- Email: To be fair, some emails are both active and effective. An email leading to new business or one that saves the company millions can be both active and effective. But those are rare (exceedingly so in fact). Instead, email has become a waste of time for nearly every office worker. There is no cost beyond time to write and send an email and many people feel at the very least obligated to read it. I often fall into this latter camp. Looking through my emails this morning, I had one that was actually actionable and relevant and dozens that just got deleted or filed away. Not an effective use of my time. Feel free to ignore most emails.
- Meetings: The older I get, the more convinced I am that any meeting with more than four people has no chance of being an effective one. Even meetings with four or fewer people are questionable in their necessity. Meetings should have one specific purpose and only be held if there are no other alternatives (like emails!). Even then, these should be as short as possible and as on point as possible. Meetings are not required to share information or “get everyone on the same page.” Nor are they needed to get “buy-in” for a project – a great project will get plenty of buy-in. Accountability while doing said project is rarely discussed at these meetings (awkward in a big setting) and people often show up late or “think out loud” – a waste of time for everyone else.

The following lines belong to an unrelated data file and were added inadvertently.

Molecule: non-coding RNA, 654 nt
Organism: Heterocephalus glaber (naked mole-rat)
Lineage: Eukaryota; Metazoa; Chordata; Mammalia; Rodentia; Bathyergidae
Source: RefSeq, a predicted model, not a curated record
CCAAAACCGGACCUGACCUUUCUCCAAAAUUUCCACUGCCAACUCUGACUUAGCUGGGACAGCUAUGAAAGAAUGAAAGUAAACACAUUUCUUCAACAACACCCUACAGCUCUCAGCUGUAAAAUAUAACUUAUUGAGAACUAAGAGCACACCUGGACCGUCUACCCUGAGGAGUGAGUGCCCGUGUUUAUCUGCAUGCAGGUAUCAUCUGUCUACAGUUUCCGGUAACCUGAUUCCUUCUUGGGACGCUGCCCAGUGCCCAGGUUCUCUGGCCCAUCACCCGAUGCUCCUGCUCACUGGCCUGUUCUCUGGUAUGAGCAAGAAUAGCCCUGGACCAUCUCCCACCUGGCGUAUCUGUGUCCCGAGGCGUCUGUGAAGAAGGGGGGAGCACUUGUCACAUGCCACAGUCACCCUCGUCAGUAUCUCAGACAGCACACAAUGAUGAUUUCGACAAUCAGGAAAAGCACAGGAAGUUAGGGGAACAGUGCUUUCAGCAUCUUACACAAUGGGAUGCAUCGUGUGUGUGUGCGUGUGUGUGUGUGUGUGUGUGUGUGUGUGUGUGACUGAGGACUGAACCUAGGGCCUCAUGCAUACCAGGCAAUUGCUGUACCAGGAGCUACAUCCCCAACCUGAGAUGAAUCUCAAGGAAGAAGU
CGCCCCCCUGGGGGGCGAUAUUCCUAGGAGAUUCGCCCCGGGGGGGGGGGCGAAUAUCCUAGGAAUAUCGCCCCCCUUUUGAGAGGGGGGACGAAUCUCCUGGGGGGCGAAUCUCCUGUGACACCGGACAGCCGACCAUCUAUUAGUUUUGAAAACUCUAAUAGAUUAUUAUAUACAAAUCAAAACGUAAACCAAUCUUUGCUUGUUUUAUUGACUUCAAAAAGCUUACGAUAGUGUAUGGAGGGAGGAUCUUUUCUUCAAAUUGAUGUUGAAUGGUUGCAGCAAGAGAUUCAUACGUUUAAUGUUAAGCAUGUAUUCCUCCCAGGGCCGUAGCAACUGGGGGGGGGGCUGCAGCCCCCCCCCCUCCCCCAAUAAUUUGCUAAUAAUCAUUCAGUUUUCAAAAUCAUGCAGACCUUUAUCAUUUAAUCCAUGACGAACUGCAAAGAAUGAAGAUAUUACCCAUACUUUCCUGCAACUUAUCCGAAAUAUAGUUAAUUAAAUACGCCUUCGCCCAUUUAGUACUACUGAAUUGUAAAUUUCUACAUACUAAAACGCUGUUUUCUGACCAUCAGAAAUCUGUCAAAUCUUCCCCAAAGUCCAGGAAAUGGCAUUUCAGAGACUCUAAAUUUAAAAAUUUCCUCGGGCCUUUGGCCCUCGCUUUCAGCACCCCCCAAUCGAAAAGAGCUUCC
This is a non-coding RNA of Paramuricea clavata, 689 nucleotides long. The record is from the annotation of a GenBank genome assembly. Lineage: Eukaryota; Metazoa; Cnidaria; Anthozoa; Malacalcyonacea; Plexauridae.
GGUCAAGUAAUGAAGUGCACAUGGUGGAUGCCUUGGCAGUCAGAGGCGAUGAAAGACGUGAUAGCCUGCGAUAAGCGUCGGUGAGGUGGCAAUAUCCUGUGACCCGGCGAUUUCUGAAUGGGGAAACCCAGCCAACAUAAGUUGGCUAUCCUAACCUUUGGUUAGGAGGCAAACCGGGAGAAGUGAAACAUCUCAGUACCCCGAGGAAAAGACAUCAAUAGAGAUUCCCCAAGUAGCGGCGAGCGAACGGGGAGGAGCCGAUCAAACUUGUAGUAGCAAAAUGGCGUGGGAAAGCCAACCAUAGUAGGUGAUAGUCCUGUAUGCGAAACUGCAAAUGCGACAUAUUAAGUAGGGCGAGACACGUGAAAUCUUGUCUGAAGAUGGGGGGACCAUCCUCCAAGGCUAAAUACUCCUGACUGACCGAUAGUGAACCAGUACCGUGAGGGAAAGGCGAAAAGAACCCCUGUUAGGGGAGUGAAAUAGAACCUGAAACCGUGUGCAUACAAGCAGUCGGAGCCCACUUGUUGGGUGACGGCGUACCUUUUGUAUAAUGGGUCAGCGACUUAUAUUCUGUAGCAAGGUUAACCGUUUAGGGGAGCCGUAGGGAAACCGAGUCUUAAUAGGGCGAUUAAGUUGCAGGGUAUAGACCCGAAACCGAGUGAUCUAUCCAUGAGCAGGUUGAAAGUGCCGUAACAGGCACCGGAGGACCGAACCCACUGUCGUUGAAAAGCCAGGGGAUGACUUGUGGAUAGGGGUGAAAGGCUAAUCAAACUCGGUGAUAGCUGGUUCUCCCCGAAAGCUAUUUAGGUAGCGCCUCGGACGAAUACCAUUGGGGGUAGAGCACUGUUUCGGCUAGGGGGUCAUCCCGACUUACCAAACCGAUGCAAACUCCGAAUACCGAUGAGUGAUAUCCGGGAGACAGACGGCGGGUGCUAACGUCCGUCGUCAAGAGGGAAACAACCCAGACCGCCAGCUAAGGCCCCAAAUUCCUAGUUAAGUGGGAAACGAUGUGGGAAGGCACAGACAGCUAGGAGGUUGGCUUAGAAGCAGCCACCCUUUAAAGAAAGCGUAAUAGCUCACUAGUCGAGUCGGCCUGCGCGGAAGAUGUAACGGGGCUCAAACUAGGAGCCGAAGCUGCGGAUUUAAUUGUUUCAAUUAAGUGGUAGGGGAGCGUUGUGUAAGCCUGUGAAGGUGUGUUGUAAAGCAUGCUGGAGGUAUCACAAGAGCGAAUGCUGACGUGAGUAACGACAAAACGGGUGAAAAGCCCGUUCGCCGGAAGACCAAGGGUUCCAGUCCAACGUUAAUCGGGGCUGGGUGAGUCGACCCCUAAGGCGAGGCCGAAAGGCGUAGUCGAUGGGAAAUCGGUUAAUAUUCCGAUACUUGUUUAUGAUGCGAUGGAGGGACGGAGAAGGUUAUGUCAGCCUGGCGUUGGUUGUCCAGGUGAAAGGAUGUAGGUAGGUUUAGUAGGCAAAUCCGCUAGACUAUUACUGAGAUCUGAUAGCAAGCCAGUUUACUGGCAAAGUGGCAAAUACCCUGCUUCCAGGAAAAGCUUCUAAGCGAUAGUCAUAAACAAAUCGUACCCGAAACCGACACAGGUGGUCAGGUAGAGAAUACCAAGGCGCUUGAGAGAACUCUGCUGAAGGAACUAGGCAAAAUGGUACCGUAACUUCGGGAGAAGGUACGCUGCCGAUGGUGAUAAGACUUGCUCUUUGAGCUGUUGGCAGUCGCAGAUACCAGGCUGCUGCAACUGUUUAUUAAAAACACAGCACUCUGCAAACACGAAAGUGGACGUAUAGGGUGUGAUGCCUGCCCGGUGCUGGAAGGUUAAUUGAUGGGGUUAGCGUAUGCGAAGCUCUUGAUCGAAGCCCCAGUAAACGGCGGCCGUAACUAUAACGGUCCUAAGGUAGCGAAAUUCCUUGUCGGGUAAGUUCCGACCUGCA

- Solving the Same Problem Over and Over Again: People and businesses generally run into the same roadblocks again and again. Don’t waste your time reinventing the wheel. If you are constantly solving the same problem then you are not moving forward. Running into new problems is often the best sign that you’re actually making progress. When presented with a problem, first take the time to actually solve the problem. Many times we just paper over a problem with a short term solution. This ends up costing more time in the long run. Then, once you figure out how to solve it, document the solution. You may occasionally run into the problem again, but at least you’ll be ready right away and won’t waste too much time thinking about how to tackle it once more.
- Waiting for the Right Time: How many times have you heard, “It’s just not the right time” as an excuse for someone not doing something that they want? How many times have you used it? There’s always going to be something in our way. No one takes us seriously in our 20s. We’ve got young kids in our 30s. Too many commitments in our 40s. Too old to start over in our 50s. There will never be a right time! Waiting around for something to happen instead of making it happen is a great way to ensure nothing happens! Stop kicking the can down the road and do it.